The CEO of one of the largest U.S. gun manufacturers, Smith & Wesson, said that the current ammunition shortage is showing no signs of improving amid reports of Americans continuing to purchase record amounts of firearms.
Over the past year or so, according to FBI data, gun sales in the United States have skyrocketed amid uncertainty surrounding COVID-19, Black Lives Matter demonstrations and violence, and Democrat officials’ proposals for more state and federal gun-control measures.
“It’s widely known the ammunition shortages continue,” said Smith & Wesson CEO Mark Smith in a Fox Business interview on Thursday. “There is still a lot of interest in firearms.”
He noted that Smith & Wesson shipped nearly 2.5 million units last year, up 70 percent from the previous year.
A firearms market research firm, in a report released late last month, found that about 80 percent of American customers said they experienced issues trying to find ammunition in 2020.
Southwick Associates said it “surveyed more than 1,800 ammunition consumers as part of its quarterly HunterSurvey/ShooterSurvey tracking study,” according to a news release dated May 26. “In 2020, four out of five consumers encountered out-of-stock issues while trying to purchase ammunition, while three-quarters encountered out-of-stock situations so far in 2021.”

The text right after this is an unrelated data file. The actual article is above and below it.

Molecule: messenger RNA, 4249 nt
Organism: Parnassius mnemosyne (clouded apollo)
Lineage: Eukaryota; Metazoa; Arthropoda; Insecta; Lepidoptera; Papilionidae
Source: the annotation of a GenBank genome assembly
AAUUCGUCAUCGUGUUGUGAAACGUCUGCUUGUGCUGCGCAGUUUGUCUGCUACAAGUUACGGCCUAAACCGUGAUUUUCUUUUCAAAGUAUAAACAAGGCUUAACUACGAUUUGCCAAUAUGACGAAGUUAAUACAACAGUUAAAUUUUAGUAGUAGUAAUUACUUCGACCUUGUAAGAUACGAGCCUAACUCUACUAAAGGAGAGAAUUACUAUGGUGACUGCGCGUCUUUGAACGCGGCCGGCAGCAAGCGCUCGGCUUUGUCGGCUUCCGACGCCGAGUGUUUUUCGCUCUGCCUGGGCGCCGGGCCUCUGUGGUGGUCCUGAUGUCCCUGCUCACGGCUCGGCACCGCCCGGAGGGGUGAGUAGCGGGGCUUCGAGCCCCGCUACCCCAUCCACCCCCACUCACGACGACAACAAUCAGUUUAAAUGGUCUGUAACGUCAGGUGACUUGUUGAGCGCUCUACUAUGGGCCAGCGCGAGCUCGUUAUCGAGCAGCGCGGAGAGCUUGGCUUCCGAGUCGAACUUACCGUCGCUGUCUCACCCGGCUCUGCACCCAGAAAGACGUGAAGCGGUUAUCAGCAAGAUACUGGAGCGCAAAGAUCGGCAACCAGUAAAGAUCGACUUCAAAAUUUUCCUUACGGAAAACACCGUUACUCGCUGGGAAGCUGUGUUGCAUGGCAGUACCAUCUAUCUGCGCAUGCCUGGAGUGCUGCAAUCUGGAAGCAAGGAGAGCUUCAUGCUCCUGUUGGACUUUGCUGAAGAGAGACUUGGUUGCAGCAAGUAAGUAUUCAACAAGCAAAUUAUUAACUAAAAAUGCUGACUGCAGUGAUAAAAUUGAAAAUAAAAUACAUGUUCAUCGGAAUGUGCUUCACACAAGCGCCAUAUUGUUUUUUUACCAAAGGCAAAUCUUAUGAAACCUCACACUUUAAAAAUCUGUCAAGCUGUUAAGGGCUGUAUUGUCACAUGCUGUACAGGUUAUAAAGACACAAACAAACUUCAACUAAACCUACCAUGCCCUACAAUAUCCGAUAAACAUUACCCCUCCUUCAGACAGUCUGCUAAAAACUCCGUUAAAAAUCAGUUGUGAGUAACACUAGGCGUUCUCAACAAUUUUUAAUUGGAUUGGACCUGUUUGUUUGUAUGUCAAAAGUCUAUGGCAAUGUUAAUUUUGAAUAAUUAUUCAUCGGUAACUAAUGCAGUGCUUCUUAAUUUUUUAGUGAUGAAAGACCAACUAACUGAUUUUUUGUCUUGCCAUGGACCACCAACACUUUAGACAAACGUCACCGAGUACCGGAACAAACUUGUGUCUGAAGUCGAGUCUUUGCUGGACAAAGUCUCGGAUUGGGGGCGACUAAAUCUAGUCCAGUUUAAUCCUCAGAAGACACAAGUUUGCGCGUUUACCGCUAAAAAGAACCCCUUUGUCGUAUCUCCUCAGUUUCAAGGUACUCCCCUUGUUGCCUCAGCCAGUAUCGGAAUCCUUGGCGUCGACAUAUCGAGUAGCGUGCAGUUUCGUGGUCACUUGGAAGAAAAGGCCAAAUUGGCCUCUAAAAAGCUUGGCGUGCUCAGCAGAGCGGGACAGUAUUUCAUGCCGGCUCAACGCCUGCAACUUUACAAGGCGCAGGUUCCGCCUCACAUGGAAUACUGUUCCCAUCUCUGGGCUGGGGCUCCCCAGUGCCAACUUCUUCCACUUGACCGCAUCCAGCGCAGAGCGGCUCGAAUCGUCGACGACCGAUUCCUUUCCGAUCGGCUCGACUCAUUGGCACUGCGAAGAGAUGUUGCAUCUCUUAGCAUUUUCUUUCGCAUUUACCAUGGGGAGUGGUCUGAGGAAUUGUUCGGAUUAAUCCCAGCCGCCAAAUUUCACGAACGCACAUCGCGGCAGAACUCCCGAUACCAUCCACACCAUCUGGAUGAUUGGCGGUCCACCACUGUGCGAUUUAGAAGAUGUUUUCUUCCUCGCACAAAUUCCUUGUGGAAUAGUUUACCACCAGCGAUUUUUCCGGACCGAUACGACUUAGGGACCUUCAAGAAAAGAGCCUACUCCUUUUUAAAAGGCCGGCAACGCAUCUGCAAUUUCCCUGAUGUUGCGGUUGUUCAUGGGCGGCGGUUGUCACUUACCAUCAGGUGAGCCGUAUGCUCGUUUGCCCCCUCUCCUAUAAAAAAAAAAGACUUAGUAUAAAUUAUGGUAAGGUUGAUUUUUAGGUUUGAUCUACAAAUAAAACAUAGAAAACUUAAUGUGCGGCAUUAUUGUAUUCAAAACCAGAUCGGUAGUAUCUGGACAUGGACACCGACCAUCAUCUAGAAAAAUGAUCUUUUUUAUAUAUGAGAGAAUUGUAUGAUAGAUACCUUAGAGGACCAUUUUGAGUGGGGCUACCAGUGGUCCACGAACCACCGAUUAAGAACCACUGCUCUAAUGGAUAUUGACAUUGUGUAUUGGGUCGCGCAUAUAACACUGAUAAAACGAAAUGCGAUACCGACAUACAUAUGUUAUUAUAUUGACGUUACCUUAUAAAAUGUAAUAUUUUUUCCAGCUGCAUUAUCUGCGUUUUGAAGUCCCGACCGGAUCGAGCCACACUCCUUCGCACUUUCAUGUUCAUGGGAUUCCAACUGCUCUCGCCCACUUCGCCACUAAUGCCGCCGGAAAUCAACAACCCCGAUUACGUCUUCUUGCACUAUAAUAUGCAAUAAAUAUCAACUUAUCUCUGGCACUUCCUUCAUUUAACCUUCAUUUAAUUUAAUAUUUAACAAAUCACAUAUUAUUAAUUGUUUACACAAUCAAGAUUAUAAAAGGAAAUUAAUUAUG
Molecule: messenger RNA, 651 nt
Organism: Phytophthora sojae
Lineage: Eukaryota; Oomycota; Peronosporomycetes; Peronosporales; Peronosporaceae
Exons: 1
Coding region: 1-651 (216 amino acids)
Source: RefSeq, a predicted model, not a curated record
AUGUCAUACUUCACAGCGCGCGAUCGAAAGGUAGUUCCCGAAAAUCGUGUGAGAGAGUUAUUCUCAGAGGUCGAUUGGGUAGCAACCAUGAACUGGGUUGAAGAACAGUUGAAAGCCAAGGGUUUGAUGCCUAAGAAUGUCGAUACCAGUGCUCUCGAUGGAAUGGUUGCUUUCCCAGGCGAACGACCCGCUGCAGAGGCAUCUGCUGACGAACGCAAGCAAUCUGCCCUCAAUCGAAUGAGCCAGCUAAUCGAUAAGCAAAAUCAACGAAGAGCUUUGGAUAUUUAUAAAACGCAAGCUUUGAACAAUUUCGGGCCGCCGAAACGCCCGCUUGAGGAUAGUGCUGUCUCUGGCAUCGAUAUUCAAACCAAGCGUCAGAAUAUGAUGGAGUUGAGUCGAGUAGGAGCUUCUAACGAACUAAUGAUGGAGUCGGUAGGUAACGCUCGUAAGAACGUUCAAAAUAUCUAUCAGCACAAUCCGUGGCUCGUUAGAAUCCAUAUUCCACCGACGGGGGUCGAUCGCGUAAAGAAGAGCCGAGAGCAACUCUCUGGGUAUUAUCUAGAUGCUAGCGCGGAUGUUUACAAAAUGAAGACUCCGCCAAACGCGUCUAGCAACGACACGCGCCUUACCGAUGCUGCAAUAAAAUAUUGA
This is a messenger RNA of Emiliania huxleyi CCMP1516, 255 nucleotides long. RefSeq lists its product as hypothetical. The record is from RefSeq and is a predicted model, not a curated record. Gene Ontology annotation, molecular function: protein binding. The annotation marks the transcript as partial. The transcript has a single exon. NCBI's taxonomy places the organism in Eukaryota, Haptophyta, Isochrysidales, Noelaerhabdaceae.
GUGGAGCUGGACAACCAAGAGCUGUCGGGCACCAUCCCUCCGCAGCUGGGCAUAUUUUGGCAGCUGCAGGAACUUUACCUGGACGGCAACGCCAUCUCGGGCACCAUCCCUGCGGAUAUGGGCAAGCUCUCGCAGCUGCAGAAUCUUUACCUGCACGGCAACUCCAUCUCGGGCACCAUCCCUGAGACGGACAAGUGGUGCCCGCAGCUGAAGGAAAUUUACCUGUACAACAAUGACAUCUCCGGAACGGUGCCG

It noted, “Of these respondents, 79 percent reported either fully or partially reducing their target shooting and hunting outings as a result of depleted ammunition shelves.”
Rob Southwick, the president of the industry group, predicted that “at some point,” the demand for ammunition will decrease.
“However, frenzied purchasing and empty shelves often fuels further increases in demand,” he added. “We do not see demand softening in the near future.”
In early May, meanwhile, FBI background check data revealed that the number of firearms purchased in April 2020 surpassed any previous April on record. More than 3.5 million background checks were done during the month, the data showed.
President Joe Biden’s administration has placed emphasis on new gun-control measures, coming in the wake of several high-profile mass shootings. The Bureau of Alcohol, Tobacco, Firearms and Explosives (ATF) earlier this month proposed new rules that would deem illegal most firearms that have a stabilizing pistol brace, a move that pro-Second Amendment groups have called unconstitutional and cumbersome.
Democrats in Congress are keen to take action, too. Two bills proposing enhanced background checks passed the Democrat-controlled House several months ago, although those bills are sure to stall in the 50-50 Senate barring the elimination of the 60-vote filibuster.